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So in the absence of a solution, we were forced to have the car recovered for further investigation. Genesis Assistance had been brilliant throughout; its efficiency in getting the car collected – just three days before Christmas – was admirable. I can’t even begin to imagine receiving the same level of service from one of the big German brands.

I’m still waiting for a diagnostic report from the dealer, but having heard my sister had a similar issue using the same wallbox with her Ford EV only last week, I think we’ve found the source of the problem. Strangely, my dad’s had no issues with his i3.

But I’m a glass half-full kind of guy. So while YWW was away, I used this as an opportunity to utilise the (free) service
of a Genesis Personal Assistant. These individuals can help you spec your chosen model, arrange test drives or even book your car in for a service after taking delivery. What these guys don’t know about the Korean luxury brand isn’t worth knowing.

Step forward Matt Brook, the GV70 (or any Genesis for that matter) guru. While my car was away, he took time out of his schedule to deliver a replacement to my home and give a bespoke rundown of some of the mid-size SUV’s most important kit.

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Having already lived with the car for almost a month, I was confident connecting my phone, adjusting most of the settings, and finding chargepoints on the move. Matt openly admits he’ll tailor his lessons depending on the customer; he’s happy to skip the basics on this occasion and focus on features I may not have yet noticed.

“The little magnifying glass [on the infotainment screen] is your best friend,” Matt tells us. “You can use it to find just about anything.” As such, he types ‘head’ into the search bar, and opens up a load of settings related to the crystal-clear head-up display. From here, I can select which information I do or don’t want to see, or choose to switch the system off completely.

He’s also keen to show me the fingerprint-recognition tech – an extra fitted to my car. It’s a nifty feature that allows multiple users to store their settings, whether that’s for the seats and steering wheel, menu layouts or media settings; you just scan your finger when you get in and the car does the rest. If you share your GV70 with a family member, that could be £80 well spent.

The more we delve into things, the more I’m impressed with the GV70’s functionality. “You can even control the car from the key,” he reminds us, hopping out and pointing to some of the buttons on the fob. “Imagine you were parked between a Range Rover and a pick-up – you can use the key to reverse out of the space, without setting foot inside.”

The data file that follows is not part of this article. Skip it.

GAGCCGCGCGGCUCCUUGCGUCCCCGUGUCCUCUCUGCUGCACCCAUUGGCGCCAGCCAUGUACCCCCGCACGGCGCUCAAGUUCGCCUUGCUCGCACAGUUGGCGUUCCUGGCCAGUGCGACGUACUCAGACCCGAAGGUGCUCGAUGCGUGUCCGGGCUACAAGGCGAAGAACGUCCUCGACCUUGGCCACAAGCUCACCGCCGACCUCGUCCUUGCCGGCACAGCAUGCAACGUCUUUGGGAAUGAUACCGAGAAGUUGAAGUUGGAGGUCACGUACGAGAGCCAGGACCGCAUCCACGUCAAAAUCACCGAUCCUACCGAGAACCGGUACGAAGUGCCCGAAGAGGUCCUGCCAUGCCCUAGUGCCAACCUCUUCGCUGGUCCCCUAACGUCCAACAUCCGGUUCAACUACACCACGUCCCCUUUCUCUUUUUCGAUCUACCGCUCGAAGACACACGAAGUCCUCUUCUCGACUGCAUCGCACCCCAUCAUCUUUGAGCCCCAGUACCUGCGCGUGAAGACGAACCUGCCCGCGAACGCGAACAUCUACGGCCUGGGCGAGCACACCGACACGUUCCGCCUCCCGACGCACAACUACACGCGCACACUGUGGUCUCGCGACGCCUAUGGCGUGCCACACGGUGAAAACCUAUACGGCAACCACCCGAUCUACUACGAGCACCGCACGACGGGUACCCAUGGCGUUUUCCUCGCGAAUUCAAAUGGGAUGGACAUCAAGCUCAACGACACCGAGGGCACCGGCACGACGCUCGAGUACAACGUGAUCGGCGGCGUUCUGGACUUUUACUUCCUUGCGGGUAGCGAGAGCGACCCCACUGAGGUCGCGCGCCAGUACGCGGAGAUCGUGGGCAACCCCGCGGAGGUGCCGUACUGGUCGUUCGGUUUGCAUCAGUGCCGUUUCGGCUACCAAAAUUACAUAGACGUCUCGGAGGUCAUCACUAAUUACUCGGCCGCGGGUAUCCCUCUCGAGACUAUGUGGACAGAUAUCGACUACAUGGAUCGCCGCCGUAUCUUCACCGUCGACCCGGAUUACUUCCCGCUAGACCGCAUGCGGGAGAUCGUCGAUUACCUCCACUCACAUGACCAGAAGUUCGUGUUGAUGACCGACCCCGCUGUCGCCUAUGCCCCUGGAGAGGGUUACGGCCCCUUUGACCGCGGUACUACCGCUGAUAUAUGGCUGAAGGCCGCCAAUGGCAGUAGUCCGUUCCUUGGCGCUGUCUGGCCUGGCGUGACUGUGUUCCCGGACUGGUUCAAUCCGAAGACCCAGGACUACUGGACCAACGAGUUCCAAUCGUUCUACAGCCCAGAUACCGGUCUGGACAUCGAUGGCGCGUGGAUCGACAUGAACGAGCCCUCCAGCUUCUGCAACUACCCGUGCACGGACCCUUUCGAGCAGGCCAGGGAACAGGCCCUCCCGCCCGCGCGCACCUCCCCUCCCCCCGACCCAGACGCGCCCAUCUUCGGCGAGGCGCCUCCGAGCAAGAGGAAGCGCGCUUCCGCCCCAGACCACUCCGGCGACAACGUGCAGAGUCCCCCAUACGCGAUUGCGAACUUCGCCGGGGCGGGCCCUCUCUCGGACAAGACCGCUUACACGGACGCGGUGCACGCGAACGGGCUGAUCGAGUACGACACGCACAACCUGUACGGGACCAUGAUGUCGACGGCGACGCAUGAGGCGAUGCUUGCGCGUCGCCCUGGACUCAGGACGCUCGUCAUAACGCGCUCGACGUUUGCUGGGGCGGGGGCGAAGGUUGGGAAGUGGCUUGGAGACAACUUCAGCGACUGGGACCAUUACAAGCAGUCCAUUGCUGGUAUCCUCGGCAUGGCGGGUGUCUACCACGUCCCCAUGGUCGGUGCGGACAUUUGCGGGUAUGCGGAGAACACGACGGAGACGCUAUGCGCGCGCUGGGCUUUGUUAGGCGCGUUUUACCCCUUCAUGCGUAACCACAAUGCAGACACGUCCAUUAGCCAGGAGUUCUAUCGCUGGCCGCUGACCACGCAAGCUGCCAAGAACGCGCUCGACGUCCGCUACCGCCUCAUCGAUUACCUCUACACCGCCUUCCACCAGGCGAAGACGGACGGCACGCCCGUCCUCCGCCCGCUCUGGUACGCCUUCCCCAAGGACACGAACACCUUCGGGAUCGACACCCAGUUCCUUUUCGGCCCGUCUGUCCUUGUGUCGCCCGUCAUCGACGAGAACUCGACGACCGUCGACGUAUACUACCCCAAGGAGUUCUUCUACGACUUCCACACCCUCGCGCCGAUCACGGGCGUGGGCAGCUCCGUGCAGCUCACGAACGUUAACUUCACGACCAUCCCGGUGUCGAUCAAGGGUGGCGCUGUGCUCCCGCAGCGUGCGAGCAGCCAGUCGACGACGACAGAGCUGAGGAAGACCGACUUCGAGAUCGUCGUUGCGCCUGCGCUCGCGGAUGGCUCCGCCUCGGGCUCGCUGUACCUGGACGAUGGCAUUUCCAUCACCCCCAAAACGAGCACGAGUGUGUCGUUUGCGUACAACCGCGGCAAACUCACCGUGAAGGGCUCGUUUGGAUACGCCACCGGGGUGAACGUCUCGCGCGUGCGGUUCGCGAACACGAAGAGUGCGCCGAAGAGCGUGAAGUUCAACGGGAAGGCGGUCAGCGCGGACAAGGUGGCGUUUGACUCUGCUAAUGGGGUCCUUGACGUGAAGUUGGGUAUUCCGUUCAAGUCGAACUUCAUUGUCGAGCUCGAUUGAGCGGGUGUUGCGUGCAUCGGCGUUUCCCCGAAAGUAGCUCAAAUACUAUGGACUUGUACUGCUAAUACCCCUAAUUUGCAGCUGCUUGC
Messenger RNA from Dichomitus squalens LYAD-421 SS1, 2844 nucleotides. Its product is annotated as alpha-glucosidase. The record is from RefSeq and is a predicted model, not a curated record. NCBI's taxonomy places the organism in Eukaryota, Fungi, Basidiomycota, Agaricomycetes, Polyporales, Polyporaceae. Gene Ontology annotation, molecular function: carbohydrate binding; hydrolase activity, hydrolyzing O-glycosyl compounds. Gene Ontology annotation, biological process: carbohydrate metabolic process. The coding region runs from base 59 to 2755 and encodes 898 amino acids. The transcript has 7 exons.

It’s not something you’d use every day, but it’s clever kit that – along with the superbly crafted cabin, excellent refinement and searing straight-line speed – goes some way to justifying the Electrified GV70’s rather lofty £65,105 starting price.

I’m hoping my time with GV70 OHM (yes, that’s a private reg) is short lived, and that I can get back into ‘my’ car as soon as possible. At that point, I’ll be able to better assess the pros and cons of this version’s spec sheet, and decide for sure if this is a better premium EV than a Mercedes EQC.

Model:Genesis Electrified GV70 Sport
On fleet since:December 2023
Price new:£65,105
Engine:2x e-motor/77.4kWh battery, 483bhp
CO2/tax:0g/km/£0
Options:Capri Blue paint (£750), Innovation Pack (£3,560), Comfort Seat Pack (£1,630), Lexicon Audio System (£990), Nappa Leather Seats Pack (£2,350), Vehicle-to-Load Pack (£880), Sunroof Pack (£1,460), Convenience Pack and Second Row Comfort Seat Pack (£1,780), Fingerprint Reader Authentication (£80)
Insurance*:Group: 50/Quote: £2,511
Mileage:6,879
Efficiency:2.9 miles/kWh
Any problems?None so far

*Insurance quote from AA (0800 107 0680) for a 42-year-old in Banbury, Oxon, with three points.

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Deputy editor

Richard has been part of the team for over a decade. During this time he has covered a huge amount of news and reviews for Auto Express, as well as being the face of Carbuyer and DrivingElectric on Youtube. In his current role as deputy editor, he is now responsible for keeping our content flowing and managing our team of talented writers.